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Thread: Sleeping pads?

  1. #1
    Member tboehm's Avatar
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    Default Sleeping pads?

    Its a new year and I had to go quite a ways back to see any reports on pads. What did you use this year and how did it work for you? Anyone try anything new? I tried the cabela XPG and wasn't happy with it. An 1 1/2 pad just doesn't cut it so I'm looking for something new. The issue i'm trying to get around is the research or ideas that the air filled are thicker but the by using one they don't give you the warmth protection that the foam cells do. Then of coarse there is the weight issue to deal withand lets not forget the slipping issue as well. What are your thoughts? Who make the perfect pad?

  2. #2

    Default Sleeping pads

    I have the cabelas XPG. It works great for what it is. I also use it in moose camp on my slumberjack big cot as insluation from the air underneath me. However, Snyd has pretty much talked me into the Big Agnes http://www.backcountrygear.com/catal...oductID=BIG411. So I bought 2 pads. One for me and the little lady.

    Haven't had a chance to try them out yet but they get you 2.5 inches off the ground and are actually lighter than the XPG so seems like a win win to me. Yes you have to blow it up but it doesn't take that long. However I also blew up my XPG and Prolite 4 pads to get as much out of the 1.5 inches as possible.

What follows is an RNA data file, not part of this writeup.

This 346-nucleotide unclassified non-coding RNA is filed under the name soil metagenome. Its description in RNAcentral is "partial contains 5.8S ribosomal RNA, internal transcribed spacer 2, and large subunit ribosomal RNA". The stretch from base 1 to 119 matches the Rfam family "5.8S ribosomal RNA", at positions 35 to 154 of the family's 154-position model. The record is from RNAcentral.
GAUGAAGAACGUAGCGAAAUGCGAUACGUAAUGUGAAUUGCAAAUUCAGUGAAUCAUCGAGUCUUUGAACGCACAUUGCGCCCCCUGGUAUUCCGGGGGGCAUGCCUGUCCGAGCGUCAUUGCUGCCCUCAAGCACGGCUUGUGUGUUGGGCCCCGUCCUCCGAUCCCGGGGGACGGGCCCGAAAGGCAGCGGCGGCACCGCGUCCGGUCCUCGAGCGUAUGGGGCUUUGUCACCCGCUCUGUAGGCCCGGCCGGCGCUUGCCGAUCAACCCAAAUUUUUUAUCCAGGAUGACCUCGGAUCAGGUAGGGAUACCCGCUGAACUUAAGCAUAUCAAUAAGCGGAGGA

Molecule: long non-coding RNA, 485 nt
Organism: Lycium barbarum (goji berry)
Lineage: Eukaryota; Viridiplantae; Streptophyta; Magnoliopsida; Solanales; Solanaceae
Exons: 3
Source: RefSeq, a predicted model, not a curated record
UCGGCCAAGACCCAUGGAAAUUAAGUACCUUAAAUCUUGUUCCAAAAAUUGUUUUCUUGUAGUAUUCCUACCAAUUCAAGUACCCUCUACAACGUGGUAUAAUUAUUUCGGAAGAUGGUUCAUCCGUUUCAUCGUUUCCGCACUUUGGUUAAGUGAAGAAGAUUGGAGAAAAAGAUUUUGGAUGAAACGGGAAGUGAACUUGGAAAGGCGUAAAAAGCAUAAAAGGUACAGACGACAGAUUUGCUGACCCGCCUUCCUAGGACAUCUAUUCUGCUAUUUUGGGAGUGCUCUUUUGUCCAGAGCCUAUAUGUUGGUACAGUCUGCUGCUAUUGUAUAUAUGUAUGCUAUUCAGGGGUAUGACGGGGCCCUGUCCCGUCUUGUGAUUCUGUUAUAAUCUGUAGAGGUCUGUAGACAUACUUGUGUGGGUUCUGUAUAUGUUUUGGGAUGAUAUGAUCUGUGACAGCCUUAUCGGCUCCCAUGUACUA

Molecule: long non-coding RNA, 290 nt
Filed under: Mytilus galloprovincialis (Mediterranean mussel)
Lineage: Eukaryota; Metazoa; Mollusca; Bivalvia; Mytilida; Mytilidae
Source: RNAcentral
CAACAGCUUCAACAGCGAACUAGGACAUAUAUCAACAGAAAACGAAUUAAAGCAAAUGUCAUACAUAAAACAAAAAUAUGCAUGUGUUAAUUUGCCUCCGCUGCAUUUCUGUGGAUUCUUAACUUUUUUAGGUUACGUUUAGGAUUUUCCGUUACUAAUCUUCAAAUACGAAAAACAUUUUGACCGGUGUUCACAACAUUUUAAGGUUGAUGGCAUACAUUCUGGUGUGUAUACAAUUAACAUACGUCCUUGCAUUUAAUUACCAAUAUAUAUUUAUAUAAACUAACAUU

3. #3
    Member danattherock's Avatar
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    Default Thermarest Toughskin

    This will be my next pad. It has closed cell foam inside the air chamber so even if you get a leak and the pad will not stay inflated, you still get the warmth by having the closed cell foam inside. The exterior is a tough material that resist holes where other mats may fail. They are not cheap, but they appear to be very high quality. Here is a link with more info.

    http://www.thermarest.com/product_de...?pID=120&cID=2
    The two loudest sounds known to man: a gun that goes bang when it is supposed to go click and a gun that goes click when it is supposed to go bang.

  4. #4
    Member danattherock's Avatar
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    Default Slipping...

    "Then of coarse there is the weight issue to deal withand lets not forget the slipping issue as well. What are your thoughts?"

    Forgot to say in the previous response, slip your sleeping pad inside your sleeping bag. That way it will not slide around. Some will argue that it will compress your sleeping bag and make it less effecient at keeping in heat as the material is cramped together and will not insulate as well. In theory, that is true. But I have used this setup in NW Alaska on float trips and it works well and I keep plenty warm. Obviously, you will want to be sure to have a warm bag. Even if it means taking a 0 instead of a 20 degree bag, it is a much more comfortable way to sleep in my opinion. What I like most is that you can slide (inside the bag) to the left and right, etc.. I like sliding when I want to change sides. But I agree, it is a real pain to slide off your sleeping pad all night using it under the bag. Try it inside your bag and you will never worry about that again.